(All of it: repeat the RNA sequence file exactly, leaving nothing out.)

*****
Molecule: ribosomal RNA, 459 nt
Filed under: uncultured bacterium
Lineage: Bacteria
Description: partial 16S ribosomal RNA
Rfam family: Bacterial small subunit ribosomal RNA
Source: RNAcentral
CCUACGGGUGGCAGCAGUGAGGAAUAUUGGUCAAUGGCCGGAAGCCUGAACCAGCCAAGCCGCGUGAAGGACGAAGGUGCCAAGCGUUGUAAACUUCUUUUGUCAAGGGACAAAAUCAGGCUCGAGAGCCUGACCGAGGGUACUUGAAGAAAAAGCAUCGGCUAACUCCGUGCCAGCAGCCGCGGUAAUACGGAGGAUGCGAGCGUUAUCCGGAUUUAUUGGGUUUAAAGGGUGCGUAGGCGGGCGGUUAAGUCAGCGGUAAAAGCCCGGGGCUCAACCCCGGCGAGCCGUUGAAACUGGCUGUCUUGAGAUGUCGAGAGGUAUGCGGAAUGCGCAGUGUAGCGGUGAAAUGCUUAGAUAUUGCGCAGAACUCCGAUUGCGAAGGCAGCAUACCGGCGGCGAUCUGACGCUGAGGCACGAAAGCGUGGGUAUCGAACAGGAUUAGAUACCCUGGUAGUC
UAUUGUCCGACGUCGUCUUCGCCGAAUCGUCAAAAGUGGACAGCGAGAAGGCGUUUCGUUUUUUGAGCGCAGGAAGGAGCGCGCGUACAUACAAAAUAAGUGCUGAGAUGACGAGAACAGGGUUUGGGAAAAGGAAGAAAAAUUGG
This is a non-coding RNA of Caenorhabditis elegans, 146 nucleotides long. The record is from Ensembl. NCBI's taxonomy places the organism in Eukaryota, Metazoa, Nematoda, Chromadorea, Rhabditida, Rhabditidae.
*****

Molecule: ribosomal RNA, 459 nt
Filed under: uncultured bacterium
Lineage: Bacteria
Description: partial 16S ribosomal RNA
Rfam family: Bacterial small subunit ribosomal RNA
Source: RNAcentral
CCUACGGGUGGCAGCAGUGAGGAAUAUUGGUCAAUGGCCGGAAGCCUGAACCAGCCAAGCCGCGUGAAGGACGAAGGUGCCAAGCGUUGUAAACUUCUUUUGUCAAGGGACAAAAUCAGGCUCGAGAGCCUGACCGAGGGUACUUGAAGAAAAAGCAUCGGCUAACUCCGUGCCAGCAGCCGCGGUAAUACGGAGGAUGCGAGCGUUAUCCGGAUUUAUUGGGUUUAAAGGGUGCGUAGGCGGGCGGUUAAGUCAGCGGUAAAAGCCCGGGGCUCAACCCCGGCGAGCCGUUGAAACUGGCUGUCUUGAGAUGUCGAGAGGUAUGCGGAAUGCGCAGUGUAGCGGUGAAAUGCUUAGAUAUUGCGCAGAACUCCGAUUGCGAAGGCAGCAUACCGGCGGCGAUCUGACGCUGAGGCACGAAAGCGUGGGUAUCGAACAGGAUUAGAUACCCUGGUAGUC
UAUUGUCCGACGUCGUCUUCGCCGAAUCGUCAAAAGUGGACAGCGAGAAGGCGUUUCGUUUUUUGAGCGCAGGAAGGAGCGCGCGUACAUACAAAAUAAGUGCUGAGAUGACGAGAACAGGGUUUGGGAAAAGGAAGAAAAAUUGG
This is a non-coding RNA of Caenorhabditis elegans, 146 nucleotides long. The record is from Ensembl. NCBI's taxonomy places the organism in Eukaryota, Metazoa, Nematoda, Chromadorea, Rhabditida, Rhabditidae.